Sweet, sugary coconut: sampling the desserts of Orussey Market

Cambodian akor with raw coconut, served in a polystyrene carton
Cambodian akor with raw coconut, served in a polystyrene carton. Charlotte Pert

Sweet, sugary coconut: sampling the desserts of Orussey Market

You would be forgiven for walking straight past the dessert stalls at Orussey Market. Ly Kim Hong’s is particularly hidden. Located on the east side and tucked away in a corner, 10 metres or so from the entrance, are piles of gloopy-looking, fluorescent-coloured banana and pumpkin cakes. Next to them lie polystyrene cartons which spill with nom akor.

Cambodian nom akor are sweet, perfectly rounded balls that look like giant gnocchi. They are made from rice powder and come in two different varieties. The first are simple, with raw, shaved coconut and sesame seeds sprinkled on top. Boiled coconut is poured over the second kind, which are also adorned with shavings of jackfruit. The dish is eaten for breakfast, dessert or as an afternoon snack.

Kim Hong, who is originally from Vietnam, has been selling them for 10 years. They are made by her daughter, who puts each ball into a small cup to achieve the right size and shape, and steams the cups together in a huge pot of water for half an hour to an hour. Each carton, containing about eight nom akor, costs 3,500 riel.

Pot teuk kom bou: sweetcorn with sugar and coconut
Pot teuk kom bou: sweetcorn with sugar and coconut. Charlotte Pert

Both kinds are treats to the tastebuds: in akor with raw coconut, the moisture holding the rice balls together more than makes up for the dry flakes. Nom akor with boiled coconut and jackfruit, on the other hand, is more filling, and a little sickly.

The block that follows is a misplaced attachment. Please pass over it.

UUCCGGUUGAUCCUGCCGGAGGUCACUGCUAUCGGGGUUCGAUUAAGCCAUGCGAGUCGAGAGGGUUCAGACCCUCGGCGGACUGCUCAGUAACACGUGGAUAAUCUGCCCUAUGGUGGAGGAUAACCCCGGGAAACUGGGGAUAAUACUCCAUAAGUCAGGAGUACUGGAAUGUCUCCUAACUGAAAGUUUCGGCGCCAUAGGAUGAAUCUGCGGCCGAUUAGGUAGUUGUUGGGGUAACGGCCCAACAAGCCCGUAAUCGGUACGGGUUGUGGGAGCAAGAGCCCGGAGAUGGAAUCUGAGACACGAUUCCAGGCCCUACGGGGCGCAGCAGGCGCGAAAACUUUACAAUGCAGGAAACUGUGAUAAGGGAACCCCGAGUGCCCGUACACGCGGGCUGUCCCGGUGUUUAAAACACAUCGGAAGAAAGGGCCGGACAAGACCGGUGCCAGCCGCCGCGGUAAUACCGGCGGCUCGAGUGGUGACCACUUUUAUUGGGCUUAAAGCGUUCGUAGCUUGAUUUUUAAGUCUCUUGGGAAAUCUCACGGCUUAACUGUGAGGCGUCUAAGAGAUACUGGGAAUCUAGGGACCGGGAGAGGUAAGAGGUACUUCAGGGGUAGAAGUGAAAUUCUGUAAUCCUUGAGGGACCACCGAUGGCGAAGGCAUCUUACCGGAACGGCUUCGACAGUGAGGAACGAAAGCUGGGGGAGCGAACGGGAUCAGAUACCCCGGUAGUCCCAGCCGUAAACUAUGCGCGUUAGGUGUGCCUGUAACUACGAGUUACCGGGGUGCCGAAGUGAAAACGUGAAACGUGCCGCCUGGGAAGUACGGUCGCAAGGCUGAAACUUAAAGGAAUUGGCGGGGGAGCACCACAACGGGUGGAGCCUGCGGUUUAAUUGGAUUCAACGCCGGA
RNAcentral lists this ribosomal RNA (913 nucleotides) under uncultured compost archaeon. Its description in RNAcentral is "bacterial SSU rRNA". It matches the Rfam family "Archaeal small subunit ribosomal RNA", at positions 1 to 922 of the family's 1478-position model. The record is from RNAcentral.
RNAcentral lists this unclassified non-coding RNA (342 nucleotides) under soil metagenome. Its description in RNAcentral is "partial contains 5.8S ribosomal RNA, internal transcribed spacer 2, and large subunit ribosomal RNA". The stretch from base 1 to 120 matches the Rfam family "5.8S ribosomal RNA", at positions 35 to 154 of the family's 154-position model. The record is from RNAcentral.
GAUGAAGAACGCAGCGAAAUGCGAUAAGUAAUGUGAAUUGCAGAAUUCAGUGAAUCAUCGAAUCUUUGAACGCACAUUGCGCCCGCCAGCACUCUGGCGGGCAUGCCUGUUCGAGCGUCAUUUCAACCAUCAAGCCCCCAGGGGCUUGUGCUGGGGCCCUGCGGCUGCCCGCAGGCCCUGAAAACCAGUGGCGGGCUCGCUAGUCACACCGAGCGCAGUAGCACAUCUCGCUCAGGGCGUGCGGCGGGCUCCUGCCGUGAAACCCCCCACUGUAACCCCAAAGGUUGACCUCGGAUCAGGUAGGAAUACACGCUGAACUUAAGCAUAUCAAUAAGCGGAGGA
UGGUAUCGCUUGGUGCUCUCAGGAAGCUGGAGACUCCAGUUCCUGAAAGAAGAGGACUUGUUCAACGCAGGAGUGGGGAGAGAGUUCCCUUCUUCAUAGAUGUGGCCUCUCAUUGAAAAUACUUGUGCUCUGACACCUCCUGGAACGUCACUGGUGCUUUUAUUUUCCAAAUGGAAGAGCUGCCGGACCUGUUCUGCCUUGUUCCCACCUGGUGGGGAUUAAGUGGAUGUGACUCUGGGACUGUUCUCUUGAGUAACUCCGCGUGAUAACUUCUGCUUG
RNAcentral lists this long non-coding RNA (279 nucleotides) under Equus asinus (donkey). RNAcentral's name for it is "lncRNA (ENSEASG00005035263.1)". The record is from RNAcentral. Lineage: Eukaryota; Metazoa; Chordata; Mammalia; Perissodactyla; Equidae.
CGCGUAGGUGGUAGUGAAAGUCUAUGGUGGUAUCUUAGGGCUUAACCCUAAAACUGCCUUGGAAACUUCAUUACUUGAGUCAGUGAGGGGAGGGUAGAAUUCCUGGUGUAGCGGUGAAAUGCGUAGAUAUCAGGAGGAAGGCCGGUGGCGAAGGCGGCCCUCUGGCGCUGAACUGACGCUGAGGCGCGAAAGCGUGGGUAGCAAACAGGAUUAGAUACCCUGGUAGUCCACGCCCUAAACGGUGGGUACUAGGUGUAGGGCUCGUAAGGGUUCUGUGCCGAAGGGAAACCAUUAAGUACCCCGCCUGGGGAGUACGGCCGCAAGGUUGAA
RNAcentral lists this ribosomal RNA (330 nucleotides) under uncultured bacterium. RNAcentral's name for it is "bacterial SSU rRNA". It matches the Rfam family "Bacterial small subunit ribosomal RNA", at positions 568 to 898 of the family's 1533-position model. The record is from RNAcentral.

Around 50 metres to the north is Kang Vutthy’s bicycle, from which she sells pot teuk kom bou, another sweet consisting of sweetcorn with coconut and sugar. Vutthy has sold pot teuk kom bou from the same bike for 14 years: “I can move it easily!” she said, laughing as she scraped the inside of a coconut with the sharp edges of a beer bottle cap to extract its insides.

Like nom akor, pot teuk kom bou comes in two different varieties, each priced at 1,000 riel. The sweetcorn is boiled for one hour, before being mixed with lime powder and boiled for another hour. It is served up in a plastic bag with sugar and coconut shavings sprinkled on top. For the other kind, the corn is squashed, along with sugar, sesame and coconut, with a pestle and mortar. Despite the unattractive appearance, it’s pretty tasty.

Most of Vutthy’s customers are here to buy cobs of corn. They’re missing out.
Additional reporting by Vandy Muong.

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